Apart from the Mali Empire, Fouta Jallon, and the Lebou Republic, the political system described above was widespread in the vast area of pre-colonial West Africa especially in ancient Ghana (8th -13th century A.D) Songhai (15c A.D), Kabou of the Nyanchos (18th -19th century) and in the Mossi Kingdom of Yatenga ruled for centuries by the powerful Moro Naaba, to name few.

The democratic values and practices that exemplified the stable and developed political systems of the States of our ancestors in Greater Senegambia before we were occupied, enslaved and colonized, have been recapitulated briefly in this essay as a reminder of their earlier existence to western civilization and the new and alien values imposed on us in the name of civilization and the safety of our souls.

Against this background I consider it fitting to conclude by recalling the erudite and inspirng writings of two Senegambian intellectual giants. In his pontifical book, Precolonial Africa, the late Cheikh Anta Diop asserts that the Ghana Empire antedated by 500 years that of Charlemagne who was crowned Emperor of the Holy Roman Empire in 800 A.D. From the dismemberment of the Roman Empire in the 4th century until that date, Europe was nothing but chaos, with no organisation comparable to that of Ghana. With Charlemagne commenced the first effort at centralization; but one may say without exaggeration that throughout the Middle Ages, Europe never found a form of political organization superior to that of the indigenous system in African states The Gambia's prolific and avantguard writer, Baba Sillah whose books, When the Monkey Talks and Dabbali Gi, strongly challenge the stereotype moulding of our History through the myopic lenses of colonial occupiers. His insightful writing, both in its profound scholastic contents and culturally stimulating richness, vividly reminds us of the splendor of our glorious past and will help in the restoration of our dignity and pride in who we really are as Gambians and Africans.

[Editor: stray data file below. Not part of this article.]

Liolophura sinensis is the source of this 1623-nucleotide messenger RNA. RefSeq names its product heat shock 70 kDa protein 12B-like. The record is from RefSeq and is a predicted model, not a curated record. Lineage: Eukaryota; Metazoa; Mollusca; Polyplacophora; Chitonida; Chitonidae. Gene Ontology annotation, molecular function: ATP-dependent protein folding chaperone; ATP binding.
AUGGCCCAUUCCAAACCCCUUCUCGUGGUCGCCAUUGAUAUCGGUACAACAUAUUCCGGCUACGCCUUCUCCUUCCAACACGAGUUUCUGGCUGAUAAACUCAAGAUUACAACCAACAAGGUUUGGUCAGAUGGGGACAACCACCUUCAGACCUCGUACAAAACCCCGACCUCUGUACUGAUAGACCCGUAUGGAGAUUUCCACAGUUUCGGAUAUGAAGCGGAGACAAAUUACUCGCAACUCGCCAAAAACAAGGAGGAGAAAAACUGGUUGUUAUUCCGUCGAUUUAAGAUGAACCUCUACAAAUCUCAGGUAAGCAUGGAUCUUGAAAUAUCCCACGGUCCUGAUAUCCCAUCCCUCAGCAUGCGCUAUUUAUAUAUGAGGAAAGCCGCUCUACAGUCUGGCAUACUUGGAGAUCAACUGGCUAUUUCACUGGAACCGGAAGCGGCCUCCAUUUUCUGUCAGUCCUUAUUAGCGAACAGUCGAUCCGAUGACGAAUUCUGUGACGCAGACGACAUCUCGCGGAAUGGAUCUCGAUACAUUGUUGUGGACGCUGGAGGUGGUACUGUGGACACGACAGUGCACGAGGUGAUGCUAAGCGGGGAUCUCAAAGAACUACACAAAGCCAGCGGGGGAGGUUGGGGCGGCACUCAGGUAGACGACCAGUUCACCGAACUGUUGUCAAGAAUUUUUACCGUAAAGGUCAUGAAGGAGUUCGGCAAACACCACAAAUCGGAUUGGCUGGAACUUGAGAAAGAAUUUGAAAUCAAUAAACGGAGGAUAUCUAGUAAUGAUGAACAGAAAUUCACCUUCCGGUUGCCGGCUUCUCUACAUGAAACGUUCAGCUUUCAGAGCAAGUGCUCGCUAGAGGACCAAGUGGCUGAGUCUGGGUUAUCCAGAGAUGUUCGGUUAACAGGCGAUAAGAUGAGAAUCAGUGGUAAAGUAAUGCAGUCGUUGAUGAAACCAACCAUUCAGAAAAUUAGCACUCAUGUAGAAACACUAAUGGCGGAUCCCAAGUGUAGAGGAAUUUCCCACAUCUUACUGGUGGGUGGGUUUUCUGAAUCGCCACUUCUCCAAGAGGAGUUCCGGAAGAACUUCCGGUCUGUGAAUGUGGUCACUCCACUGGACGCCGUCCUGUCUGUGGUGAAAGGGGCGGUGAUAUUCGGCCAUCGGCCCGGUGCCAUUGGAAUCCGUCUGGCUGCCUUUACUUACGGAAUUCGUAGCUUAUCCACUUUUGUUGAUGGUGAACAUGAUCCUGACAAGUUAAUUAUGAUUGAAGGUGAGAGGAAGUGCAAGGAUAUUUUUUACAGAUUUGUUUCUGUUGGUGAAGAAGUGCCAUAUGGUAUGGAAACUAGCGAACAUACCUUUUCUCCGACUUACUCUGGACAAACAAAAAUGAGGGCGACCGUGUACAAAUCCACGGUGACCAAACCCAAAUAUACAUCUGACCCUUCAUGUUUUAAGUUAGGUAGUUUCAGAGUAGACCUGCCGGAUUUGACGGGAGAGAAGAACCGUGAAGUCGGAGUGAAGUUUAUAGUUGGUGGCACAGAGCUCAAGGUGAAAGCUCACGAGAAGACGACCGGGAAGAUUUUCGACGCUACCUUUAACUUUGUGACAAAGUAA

Finally, one of the great lessons of History is that the conquerors and the more powerful have always written History for the vanquished and the weak. But no one has the right to alter a page from the history of a people; for a people without its own history is like a society without a soul. It is this falsification of History, whether deliberate or due to an inexcusable omission or ignorance, that glorifies Christopher Columbus as the discoverer of America when in fact Africans from the "New World" (America) nearly two centuries before Columbus; similarly the discovery of quinine has been attributed to European pharmacists when in fact this great medicine produced from a tropical tree may have been discovered by an African whose name sounds very Senegambian. These two historic events will be the subject of subsequent articles in these series

Author: Ebou Taal Ndongo Daara Afdaay

Source: The Point